Interview: Jean Christophe Quemard
How has the expansion of the automobile industry impacted local content and exports?
JEAN CHRISTOPHE QUEMARD: Following the arrival of major automobile actors, Morocco has developed six additional ecosystems: wiring, metal stamping, battery, powertrain, vehicle interior and seats. Automobile projects are also creating a new industrial pole of excellence in the Gharb region, which should act as a vector for territorial development and sustainable regional growth. Local integration rates are already at 60% and are expected to reach 80%. Export numbers are showing tremendous promise, and purchase volumes of vehicles made in Morocco are predicted to exceed 1bn by 2020. The automotive sector in Morocco currently represents around 16% of GDP, and that number is predicted to increase to 20% over the next years.
Despite these encouraging developments, there are still improvements that we hope to make. Discussions continue with the authorities regarding the need for Moroccan investors to become active in the sector. There is a shortage of involvement from domestic actors, and we hope to develop a network of medium-sized Moroccan automotive businesses. This will help the entire sector reach its integration goals. It will also serve to increase sourcing from Moroccan suppliers to European factories, and bolster the development of labour associated with the processing of raw materials into plastics, steel and aluminium.
What are some of the key advantages offered by Morocco’s automobile industry?
QUEMARD: From a purely strategic perspective, the country offers several key advantages. The cost base here provides one of the most favourable landed cost formulas for the European market. Because of its competitive advantage in terms of labour costs and proximity, which makes it a natural distribution basin, Morocco is particularly well situated to supply Southern Europe. Policies promoting the development of the automotive industry have been in place for many years, making Morocco one of Africa’s most business-friendly environments for automobile manufacturers. Furthermore, the economy continues to grow steadily, inflation is under control, balanced regulatory measures are in place, fiscal dispositions are encouraging and the exchange rate is stable. Morocco also has a proactive policy of developing favourable export Customs agreements with the EU, other countries in the Mediterranean basin, North America and Africa. As a result, the country has already signed deals with numerous foreign actors, consolidating its position as an international hub for the sector and underlining the attractiveness of the kingdom.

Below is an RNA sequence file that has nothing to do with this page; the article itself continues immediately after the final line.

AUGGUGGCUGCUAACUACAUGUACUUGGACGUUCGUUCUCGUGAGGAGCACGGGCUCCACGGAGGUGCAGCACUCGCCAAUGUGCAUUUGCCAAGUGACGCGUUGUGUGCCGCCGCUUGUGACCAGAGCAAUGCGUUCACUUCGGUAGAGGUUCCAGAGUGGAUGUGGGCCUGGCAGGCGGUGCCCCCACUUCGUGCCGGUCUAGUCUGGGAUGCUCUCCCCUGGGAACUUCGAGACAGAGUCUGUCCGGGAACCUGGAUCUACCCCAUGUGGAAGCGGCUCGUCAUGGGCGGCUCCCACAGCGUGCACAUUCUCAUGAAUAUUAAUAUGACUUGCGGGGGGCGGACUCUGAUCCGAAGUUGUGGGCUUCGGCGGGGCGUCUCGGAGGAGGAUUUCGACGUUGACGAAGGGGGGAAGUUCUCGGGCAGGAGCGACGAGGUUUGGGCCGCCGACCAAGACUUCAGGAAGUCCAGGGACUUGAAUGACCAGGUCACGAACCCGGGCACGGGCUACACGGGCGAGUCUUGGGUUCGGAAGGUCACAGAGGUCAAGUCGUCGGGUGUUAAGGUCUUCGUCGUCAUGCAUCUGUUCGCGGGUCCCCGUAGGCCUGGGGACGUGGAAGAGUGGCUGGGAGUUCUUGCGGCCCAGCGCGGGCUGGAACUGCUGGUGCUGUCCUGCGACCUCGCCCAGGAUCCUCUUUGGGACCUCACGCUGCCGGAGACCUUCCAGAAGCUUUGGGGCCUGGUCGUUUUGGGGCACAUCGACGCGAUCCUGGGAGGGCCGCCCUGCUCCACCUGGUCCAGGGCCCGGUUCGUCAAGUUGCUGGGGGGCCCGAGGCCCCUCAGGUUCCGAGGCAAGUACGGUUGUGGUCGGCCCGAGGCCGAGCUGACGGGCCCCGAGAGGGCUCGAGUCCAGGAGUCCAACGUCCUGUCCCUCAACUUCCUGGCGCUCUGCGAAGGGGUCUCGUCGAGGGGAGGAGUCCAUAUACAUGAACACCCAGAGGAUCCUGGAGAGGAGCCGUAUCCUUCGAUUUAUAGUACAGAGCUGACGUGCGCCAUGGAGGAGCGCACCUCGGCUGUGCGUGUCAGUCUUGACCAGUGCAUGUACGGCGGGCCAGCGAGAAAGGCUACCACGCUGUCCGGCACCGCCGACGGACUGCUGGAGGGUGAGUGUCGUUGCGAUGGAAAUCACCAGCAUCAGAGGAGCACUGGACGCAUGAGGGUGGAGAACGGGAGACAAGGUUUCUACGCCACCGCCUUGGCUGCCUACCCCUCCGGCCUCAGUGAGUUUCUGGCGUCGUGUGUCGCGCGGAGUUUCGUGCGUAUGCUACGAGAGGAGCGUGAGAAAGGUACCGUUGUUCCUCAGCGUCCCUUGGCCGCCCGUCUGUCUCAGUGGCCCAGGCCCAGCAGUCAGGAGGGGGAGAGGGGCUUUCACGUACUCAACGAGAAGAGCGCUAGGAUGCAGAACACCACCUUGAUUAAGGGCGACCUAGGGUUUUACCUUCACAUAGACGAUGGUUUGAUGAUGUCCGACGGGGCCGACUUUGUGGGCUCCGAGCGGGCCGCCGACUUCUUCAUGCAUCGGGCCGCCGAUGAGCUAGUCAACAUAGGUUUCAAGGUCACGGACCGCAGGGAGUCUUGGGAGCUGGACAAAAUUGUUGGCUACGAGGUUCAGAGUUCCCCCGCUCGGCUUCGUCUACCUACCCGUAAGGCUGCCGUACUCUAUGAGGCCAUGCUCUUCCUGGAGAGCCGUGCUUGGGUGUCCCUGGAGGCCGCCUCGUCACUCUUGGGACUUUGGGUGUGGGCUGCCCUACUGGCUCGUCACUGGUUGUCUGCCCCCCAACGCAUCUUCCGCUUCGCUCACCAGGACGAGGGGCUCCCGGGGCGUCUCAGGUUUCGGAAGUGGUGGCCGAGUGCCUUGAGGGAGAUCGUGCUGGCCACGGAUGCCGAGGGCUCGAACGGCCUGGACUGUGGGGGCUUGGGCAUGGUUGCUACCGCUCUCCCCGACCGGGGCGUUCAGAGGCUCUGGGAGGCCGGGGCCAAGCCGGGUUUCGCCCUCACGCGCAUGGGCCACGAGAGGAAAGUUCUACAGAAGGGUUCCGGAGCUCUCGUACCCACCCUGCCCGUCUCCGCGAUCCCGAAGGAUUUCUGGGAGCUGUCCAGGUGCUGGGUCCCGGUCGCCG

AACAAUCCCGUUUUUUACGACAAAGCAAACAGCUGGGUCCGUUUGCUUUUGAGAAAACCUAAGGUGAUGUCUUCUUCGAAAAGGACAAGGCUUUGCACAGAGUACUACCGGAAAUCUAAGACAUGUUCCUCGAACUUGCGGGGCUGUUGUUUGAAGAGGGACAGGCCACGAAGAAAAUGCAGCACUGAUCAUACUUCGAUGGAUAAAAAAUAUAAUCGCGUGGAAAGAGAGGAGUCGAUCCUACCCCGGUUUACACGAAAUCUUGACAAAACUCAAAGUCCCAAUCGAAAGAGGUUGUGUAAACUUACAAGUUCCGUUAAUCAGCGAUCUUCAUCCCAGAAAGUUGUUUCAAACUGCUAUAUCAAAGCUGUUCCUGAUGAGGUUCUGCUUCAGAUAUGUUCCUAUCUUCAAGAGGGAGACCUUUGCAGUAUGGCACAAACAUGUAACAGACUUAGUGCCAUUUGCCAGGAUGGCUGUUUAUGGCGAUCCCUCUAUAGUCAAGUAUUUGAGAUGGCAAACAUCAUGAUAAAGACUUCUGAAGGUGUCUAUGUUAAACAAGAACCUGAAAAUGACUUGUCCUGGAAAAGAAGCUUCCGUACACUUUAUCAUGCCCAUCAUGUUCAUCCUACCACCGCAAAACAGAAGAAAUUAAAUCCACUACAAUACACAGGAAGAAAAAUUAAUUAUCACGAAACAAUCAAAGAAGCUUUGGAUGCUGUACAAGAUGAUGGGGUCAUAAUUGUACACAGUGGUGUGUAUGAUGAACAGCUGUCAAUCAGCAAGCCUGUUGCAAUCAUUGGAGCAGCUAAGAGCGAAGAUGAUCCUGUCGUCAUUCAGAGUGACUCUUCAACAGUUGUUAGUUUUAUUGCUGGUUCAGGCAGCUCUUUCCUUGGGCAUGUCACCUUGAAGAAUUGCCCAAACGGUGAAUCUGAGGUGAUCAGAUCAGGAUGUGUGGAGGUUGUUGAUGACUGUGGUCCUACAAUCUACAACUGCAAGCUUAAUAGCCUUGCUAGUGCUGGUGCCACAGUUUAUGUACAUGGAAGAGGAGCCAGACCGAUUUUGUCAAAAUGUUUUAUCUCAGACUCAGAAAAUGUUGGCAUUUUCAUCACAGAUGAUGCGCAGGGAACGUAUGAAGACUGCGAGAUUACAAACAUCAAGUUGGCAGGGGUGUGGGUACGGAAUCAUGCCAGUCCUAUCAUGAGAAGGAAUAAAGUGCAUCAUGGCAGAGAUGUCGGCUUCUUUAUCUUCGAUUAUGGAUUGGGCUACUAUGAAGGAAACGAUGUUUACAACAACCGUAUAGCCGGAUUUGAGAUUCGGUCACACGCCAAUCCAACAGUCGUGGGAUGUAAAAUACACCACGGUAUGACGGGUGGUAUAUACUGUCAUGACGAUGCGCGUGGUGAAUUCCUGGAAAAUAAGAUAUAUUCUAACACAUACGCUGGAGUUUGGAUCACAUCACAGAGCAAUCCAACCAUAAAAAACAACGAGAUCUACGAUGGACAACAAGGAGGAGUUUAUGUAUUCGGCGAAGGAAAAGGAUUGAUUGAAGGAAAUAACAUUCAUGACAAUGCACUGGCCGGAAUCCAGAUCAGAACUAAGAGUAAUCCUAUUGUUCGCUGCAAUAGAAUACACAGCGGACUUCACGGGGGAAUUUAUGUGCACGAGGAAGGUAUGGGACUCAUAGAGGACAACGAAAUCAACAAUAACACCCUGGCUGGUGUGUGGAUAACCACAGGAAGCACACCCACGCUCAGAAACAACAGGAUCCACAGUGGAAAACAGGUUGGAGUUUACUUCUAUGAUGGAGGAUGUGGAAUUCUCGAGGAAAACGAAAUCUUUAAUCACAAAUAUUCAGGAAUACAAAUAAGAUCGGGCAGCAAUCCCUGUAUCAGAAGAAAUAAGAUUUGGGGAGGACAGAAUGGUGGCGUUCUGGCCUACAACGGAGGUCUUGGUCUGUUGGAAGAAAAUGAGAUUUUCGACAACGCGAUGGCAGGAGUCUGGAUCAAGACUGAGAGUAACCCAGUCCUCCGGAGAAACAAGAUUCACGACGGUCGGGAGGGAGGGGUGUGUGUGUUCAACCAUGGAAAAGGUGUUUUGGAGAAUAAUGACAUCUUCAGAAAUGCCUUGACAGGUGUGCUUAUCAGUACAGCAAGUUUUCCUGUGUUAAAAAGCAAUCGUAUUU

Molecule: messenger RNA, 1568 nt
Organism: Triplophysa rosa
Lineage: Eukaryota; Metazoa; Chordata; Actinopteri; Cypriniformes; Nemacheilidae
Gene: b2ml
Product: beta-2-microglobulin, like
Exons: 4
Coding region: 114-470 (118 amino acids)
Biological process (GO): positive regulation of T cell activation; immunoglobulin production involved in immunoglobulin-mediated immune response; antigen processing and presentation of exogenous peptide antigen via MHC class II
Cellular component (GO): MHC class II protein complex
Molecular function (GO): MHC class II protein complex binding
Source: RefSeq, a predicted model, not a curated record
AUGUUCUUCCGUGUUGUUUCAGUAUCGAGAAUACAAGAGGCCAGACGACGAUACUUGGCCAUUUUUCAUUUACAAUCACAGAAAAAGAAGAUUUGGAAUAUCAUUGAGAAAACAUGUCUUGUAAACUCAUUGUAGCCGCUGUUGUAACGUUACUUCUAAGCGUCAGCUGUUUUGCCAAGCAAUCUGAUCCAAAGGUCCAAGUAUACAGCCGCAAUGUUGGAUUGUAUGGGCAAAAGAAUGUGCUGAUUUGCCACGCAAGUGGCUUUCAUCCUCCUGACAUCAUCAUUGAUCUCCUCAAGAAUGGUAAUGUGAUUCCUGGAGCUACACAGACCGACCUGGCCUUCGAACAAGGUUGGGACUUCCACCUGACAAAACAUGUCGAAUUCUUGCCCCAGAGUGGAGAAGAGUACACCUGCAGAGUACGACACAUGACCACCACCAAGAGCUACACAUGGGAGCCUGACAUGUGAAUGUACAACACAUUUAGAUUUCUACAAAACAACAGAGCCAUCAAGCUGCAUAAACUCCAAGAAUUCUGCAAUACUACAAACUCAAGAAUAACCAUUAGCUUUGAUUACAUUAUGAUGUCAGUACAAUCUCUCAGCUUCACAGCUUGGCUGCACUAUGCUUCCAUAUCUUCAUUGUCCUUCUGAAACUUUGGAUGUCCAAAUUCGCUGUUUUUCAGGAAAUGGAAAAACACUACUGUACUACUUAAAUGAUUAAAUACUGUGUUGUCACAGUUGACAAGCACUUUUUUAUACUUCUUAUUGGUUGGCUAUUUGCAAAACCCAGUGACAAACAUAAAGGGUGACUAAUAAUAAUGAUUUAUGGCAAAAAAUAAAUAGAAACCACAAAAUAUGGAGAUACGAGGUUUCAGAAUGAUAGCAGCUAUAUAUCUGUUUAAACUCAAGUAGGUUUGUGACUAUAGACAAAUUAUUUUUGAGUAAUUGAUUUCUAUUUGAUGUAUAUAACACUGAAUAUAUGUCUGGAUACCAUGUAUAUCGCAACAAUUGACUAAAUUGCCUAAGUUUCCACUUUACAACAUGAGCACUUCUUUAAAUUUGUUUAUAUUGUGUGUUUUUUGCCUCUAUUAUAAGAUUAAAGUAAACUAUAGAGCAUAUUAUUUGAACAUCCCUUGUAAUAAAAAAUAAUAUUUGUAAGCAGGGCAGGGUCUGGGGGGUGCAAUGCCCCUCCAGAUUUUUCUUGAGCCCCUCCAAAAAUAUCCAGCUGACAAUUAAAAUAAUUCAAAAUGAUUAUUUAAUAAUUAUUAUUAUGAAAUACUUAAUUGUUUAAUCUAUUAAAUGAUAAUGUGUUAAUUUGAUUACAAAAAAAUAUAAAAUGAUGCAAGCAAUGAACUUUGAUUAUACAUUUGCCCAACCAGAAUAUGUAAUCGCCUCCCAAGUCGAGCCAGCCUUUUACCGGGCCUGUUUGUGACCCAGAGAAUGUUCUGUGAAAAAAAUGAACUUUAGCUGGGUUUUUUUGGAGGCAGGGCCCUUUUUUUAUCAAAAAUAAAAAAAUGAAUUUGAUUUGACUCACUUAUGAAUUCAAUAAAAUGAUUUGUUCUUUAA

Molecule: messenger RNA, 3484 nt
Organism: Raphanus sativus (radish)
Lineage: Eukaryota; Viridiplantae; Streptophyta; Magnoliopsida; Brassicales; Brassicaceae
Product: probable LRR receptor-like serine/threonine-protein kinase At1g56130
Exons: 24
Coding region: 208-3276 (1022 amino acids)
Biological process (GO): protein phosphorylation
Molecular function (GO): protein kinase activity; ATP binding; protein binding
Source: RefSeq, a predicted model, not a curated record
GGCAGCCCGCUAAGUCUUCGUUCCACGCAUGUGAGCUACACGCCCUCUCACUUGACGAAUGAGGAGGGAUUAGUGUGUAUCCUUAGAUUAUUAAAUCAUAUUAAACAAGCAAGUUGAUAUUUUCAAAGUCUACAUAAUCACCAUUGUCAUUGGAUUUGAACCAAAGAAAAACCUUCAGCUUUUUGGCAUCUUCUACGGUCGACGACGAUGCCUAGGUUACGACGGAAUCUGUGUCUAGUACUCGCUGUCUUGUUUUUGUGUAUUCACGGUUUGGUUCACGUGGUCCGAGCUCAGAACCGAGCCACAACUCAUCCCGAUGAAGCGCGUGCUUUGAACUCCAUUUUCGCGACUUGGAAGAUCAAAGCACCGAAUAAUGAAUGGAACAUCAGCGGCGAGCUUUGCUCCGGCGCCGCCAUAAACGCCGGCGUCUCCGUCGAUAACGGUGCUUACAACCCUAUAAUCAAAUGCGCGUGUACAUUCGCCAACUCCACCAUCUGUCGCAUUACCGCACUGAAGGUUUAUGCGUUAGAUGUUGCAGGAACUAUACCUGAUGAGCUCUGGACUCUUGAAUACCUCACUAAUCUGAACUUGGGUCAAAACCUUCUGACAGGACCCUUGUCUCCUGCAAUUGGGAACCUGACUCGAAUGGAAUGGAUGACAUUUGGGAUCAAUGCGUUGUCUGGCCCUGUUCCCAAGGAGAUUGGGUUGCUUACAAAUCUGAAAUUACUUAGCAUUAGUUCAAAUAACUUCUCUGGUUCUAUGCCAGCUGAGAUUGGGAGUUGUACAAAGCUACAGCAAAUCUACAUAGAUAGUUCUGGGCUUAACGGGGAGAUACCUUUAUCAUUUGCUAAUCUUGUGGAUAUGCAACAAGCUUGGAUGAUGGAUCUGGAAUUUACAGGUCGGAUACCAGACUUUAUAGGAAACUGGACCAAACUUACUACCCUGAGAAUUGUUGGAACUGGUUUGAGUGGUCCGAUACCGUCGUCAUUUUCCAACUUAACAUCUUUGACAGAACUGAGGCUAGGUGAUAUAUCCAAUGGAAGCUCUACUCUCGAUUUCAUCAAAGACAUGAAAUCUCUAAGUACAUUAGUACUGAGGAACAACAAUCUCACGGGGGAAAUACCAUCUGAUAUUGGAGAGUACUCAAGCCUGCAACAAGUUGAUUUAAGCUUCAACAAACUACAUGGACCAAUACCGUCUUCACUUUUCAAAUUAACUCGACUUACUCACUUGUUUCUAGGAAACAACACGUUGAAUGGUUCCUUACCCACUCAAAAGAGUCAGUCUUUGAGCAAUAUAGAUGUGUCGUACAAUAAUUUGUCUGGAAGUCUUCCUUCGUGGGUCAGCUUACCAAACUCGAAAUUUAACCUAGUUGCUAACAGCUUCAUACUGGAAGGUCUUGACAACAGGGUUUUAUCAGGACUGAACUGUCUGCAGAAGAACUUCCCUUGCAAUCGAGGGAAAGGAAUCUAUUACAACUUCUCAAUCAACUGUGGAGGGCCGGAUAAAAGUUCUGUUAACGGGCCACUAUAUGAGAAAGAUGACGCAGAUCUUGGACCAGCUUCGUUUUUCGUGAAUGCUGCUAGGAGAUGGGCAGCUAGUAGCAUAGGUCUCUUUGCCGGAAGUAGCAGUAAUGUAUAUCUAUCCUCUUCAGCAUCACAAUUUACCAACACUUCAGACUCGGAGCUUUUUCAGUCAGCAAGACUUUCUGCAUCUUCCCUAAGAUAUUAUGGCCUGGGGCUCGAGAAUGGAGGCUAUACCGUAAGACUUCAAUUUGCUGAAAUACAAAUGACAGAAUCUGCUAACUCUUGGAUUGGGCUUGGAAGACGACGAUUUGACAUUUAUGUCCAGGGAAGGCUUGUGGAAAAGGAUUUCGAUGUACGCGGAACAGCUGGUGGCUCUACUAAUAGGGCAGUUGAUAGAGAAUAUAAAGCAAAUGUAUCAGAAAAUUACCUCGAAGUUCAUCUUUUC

How can other African countries draw on Morocco’s experience in the automobile sector?
QUEMARD: We are currently seeing the beginnings of research and development for the automobile sector in Africa. Centres have already opened and started partnerships with Moroccan-based schools to study sustainable mobility systems for Africa.
The primary axes of research will continue to be electric mobility, renewable energies and futurebased logistics. The government is also working to create a test centre for vehicles that is set to enable the country to cover the entire automotive value chain. This centre will be operated by international experts in the field and open to a variety of other automobile manufacturers.
While long-term projects include targets for low-emission electric vehicles of 20% by 2025 and 35% by 2030, there should also be a focus on transportation in the shorter term. The first step for transport policy should be centred on collective mobility, serving as an example for the continent. Eventually electric vehicles will become a reality in developing countries, but at the moment it does not make sense to spend large sums of money on electric vehicle infrastructure.
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